The Nordic Paradox Research Network

Exploring Sexual Victimization, Gender and Cultures of Intoxication.


The aim of this network is to bring together leading Nordic researchers within studies of gender, sexuality, alcohol and youth, to examine the connections between sexual victimization, potentially different cultures of intoxication and social and sexual relations among youth and young adults in five Nordic countries: Denmark, Sweden, Norway, Finland and Iceland.


Recent research has highlighted high rates of sexual victimization and violence in the Nordic countries, in comparison with the rest of Europe. These findings, coupled with recent media revelations of extensive sexual harassment (#MeToo), indicate serious discrepancies between the reputation of Scandinavian countries as “gender-equal,” and the lived experiences of many Nordic women. Scholars have noted the existence of a ‘Nordic Paradox’, in which high rates of sexual victimization co-exist with institutional gender equality, suggesting a serious gap between “principle and practice.” Although alcohol intoxication has been identified as a risk-factor for sexual violence, as yet little research has been conducted on intoxication as a potentially important factor in understanding the Nordic paradox in Scandinavian countries. Thus, the role of intoxication in sexual victimization and its relationship to gender and notions of femininity and masculinity remains poorly understood.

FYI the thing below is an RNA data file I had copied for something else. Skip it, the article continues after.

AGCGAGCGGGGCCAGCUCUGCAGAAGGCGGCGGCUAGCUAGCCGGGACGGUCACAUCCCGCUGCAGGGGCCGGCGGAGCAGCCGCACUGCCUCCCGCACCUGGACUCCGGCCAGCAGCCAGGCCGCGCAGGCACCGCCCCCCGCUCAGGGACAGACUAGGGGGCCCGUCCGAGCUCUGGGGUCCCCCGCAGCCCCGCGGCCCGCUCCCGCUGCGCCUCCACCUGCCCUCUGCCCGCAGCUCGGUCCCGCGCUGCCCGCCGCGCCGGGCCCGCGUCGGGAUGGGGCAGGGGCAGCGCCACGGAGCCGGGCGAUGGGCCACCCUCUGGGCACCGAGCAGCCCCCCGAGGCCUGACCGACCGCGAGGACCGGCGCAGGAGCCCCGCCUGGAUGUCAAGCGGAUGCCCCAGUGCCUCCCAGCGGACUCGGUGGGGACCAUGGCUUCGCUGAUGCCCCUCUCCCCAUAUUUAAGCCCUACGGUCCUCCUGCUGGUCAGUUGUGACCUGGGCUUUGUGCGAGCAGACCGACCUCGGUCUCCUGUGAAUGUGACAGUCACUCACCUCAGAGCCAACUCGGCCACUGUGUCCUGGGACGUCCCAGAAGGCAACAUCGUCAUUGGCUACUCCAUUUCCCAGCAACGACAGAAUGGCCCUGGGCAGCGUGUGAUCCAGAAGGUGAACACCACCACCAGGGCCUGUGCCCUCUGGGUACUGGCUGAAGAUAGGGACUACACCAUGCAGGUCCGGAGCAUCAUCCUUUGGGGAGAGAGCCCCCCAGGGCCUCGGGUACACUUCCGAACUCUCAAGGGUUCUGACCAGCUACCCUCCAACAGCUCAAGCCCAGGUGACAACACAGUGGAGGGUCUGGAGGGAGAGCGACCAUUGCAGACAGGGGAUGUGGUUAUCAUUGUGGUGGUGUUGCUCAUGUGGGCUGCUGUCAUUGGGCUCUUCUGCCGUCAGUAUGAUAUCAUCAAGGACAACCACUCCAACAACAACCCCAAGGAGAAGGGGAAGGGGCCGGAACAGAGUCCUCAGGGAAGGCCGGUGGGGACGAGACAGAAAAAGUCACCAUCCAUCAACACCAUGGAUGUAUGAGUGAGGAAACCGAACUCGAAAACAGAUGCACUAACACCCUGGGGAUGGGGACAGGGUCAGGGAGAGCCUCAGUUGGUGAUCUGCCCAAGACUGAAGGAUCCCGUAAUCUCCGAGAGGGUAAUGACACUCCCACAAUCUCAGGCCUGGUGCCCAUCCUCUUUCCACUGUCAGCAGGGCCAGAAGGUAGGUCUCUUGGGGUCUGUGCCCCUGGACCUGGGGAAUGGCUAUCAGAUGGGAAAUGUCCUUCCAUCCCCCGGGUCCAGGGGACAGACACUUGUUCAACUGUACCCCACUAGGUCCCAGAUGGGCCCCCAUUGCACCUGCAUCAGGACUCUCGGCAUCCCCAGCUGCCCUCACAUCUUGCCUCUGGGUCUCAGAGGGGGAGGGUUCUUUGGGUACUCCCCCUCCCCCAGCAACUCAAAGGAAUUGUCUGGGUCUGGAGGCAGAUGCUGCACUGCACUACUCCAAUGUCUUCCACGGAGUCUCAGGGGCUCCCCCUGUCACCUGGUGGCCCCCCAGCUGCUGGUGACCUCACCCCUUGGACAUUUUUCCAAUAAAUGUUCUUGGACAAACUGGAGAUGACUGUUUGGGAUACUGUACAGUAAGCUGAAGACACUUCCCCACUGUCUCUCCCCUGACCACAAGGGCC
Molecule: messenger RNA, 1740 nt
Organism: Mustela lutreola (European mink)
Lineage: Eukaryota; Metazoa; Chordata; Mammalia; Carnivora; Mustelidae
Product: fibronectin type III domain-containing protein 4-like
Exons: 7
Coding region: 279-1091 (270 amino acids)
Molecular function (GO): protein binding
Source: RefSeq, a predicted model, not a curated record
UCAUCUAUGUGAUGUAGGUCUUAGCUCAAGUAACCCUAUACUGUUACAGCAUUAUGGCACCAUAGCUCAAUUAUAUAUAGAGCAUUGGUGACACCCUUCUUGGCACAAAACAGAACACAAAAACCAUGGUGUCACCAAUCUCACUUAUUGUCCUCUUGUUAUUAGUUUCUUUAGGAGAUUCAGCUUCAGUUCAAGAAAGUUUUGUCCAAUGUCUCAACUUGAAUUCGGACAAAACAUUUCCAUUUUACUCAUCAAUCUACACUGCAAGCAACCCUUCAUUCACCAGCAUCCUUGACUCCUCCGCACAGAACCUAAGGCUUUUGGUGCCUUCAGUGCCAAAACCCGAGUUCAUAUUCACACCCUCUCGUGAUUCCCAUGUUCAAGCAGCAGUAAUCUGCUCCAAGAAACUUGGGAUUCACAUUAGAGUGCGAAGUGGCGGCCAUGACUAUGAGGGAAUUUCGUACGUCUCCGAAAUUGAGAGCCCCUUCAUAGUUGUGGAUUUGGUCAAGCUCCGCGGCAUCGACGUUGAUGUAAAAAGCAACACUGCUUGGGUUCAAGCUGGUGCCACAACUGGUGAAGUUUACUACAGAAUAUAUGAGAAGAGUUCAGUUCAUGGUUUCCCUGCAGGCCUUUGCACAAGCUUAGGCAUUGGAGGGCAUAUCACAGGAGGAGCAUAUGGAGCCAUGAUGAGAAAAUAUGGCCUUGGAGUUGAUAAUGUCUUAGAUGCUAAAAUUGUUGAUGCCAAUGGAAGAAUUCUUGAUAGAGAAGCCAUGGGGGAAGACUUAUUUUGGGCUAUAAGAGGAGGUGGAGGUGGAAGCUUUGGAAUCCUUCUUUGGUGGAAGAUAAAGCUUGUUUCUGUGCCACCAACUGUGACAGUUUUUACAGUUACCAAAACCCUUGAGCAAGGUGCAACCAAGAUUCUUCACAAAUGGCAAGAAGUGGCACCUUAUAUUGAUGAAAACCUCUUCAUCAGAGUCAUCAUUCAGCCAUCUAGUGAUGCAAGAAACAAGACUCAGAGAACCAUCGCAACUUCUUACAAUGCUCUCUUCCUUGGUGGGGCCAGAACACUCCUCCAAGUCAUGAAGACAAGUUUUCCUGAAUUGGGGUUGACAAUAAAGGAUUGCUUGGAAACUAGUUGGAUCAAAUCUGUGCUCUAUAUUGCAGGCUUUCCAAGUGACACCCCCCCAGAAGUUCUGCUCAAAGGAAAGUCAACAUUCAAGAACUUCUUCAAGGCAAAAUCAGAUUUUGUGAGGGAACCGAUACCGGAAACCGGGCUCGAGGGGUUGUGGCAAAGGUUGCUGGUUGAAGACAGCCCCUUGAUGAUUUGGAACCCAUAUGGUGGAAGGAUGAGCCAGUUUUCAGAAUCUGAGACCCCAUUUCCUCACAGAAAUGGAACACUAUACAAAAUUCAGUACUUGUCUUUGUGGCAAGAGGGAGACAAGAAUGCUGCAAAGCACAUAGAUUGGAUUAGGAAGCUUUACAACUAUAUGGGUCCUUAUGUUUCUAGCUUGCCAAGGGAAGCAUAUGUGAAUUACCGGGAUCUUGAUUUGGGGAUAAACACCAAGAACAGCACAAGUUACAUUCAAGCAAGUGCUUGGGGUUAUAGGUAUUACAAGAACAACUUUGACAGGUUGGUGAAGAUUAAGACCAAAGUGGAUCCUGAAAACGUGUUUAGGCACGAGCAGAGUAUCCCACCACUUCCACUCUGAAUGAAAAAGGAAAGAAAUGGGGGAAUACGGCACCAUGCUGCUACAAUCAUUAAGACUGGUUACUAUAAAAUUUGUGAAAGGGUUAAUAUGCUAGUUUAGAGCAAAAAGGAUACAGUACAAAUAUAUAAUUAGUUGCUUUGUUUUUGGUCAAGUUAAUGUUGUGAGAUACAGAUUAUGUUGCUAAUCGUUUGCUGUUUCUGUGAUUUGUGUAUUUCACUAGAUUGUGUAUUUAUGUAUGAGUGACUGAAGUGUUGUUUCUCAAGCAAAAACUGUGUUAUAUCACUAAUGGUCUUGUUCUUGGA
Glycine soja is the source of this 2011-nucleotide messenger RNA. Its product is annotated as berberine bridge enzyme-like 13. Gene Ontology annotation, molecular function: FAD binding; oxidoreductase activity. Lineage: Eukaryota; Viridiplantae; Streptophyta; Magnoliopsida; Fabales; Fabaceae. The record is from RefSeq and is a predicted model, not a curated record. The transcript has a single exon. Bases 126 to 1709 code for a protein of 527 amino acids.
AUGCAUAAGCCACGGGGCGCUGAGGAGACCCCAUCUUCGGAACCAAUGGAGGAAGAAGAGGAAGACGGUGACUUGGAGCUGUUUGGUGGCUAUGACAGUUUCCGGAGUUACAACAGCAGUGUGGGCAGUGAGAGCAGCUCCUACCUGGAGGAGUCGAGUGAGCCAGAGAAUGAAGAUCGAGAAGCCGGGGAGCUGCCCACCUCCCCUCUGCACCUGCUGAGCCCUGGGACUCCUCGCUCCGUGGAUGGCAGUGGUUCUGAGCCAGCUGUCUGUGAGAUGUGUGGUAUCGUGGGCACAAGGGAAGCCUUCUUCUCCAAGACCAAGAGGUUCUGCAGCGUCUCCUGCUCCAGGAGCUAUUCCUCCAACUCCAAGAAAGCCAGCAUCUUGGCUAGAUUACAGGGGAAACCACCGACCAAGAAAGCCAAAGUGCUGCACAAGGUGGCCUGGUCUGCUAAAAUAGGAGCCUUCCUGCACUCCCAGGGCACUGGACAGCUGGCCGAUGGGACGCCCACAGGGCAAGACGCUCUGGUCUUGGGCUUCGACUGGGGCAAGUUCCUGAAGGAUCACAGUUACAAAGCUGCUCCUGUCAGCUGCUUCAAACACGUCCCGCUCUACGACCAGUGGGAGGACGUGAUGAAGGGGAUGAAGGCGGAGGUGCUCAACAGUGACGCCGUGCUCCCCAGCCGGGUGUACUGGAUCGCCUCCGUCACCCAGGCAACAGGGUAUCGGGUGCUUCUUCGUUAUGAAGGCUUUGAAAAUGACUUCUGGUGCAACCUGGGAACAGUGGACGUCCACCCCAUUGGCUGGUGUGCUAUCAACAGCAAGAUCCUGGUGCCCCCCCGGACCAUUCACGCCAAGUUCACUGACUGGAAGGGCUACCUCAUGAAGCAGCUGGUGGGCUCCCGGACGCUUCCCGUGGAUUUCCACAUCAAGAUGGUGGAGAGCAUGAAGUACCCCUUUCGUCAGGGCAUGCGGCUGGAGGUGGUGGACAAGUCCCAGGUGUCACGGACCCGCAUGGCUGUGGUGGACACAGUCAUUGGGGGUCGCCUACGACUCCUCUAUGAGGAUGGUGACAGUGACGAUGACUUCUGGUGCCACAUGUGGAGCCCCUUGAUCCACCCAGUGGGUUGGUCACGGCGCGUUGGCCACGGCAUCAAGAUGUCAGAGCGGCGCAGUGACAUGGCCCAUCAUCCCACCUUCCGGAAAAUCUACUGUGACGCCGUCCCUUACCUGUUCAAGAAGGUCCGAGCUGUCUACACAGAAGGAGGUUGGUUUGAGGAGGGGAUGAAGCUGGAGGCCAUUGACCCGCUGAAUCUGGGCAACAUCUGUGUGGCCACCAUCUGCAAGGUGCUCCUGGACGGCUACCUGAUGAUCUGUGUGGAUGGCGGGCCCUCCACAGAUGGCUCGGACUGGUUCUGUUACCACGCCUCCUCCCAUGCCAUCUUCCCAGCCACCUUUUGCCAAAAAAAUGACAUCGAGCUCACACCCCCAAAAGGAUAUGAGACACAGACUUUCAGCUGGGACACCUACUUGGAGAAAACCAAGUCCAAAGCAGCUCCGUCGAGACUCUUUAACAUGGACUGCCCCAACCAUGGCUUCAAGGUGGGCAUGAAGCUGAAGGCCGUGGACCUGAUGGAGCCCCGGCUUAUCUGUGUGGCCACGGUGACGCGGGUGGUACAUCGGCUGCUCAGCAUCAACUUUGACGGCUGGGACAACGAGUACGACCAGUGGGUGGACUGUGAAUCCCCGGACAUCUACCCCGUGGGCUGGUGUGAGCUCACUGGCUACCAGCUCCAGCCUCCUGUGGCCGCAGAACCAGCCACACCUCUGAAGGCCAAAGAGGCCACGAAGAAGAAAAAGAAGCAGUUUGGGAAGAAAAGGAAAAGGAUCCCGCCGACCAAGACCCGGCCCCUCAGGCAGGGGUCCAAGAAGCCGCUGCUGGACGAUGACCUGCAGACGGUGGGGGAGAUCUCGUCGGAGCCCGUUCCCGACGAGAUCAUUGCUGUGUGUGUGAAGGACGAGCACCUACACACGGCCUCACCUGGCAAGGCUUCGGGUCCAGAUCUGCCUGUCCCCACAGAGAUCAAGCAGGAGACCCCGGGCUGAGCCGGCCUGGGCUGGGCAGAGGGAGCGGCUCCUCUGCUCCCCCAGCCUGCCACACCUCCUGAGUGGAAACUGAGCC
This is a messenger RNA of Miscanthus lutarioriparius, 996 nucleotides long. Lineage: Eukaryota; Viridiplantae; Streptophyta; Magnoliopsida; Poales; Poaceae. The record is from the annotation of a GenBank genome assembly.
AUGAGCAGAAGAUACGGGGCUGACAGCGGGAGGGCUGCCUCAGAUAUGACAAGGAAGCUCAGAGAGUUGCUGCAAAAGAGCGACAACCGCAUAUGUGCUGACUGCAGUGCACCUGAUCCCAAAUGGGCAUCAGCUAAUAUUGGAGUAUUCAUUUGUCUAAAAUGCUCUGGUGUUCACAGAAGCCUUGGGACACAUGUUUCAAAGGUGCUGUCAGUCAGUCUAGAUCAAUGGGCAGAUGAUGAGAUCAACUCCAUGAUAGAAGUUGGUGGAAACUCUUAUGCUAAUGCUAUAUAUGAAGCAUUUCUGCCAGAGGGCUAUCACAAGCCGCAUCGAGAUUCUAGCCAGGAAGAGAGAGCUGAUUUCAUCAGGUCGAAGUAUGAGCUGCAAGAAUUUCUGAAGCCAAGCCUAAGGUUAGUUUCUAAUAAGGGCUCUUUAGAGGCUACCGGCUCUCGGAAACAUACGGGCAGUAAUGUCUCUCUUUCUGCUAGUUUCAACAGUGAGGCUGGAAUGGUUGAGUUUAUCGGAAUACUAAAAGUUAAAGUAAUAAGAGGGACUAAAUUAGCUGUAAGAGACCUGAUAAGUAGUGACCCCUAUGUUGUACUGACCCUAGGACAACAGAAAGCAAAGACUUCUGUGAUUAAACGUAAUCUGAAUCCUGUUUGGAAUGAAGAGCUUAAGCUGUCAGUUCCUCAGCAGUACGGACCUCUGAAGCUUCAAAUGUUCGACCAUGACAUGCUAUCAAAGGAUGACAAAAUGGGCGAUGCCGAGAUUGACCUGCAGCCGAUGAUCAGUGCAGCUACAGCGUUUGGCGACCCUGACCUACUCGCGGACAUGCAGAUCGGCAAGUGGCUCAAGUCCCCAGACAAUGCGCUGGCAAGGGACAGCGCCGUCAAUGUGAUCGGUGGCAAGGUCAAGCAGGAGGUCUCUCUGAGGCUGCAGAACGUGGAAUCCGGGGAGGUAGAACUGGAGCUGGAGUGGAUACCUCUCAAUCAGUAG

The study

Using three joint meetings, the members of the network will collaborate on comparing existing data and knowledge from each of the five countries, produce 4 comparative articles as well as plan future research proposals to explore this topic further. The network activities will end with a joint international conference held in Copenhagen in 2024.


The network is funded by The Independent Research Fund Denmark (DFF).


The network is led by the Centre for Alcohol and Drug Research at Aarhus University and collaborates with scholars from Södertörn University, University of Tampere, Oslo Metropolitan University and University of Iceland.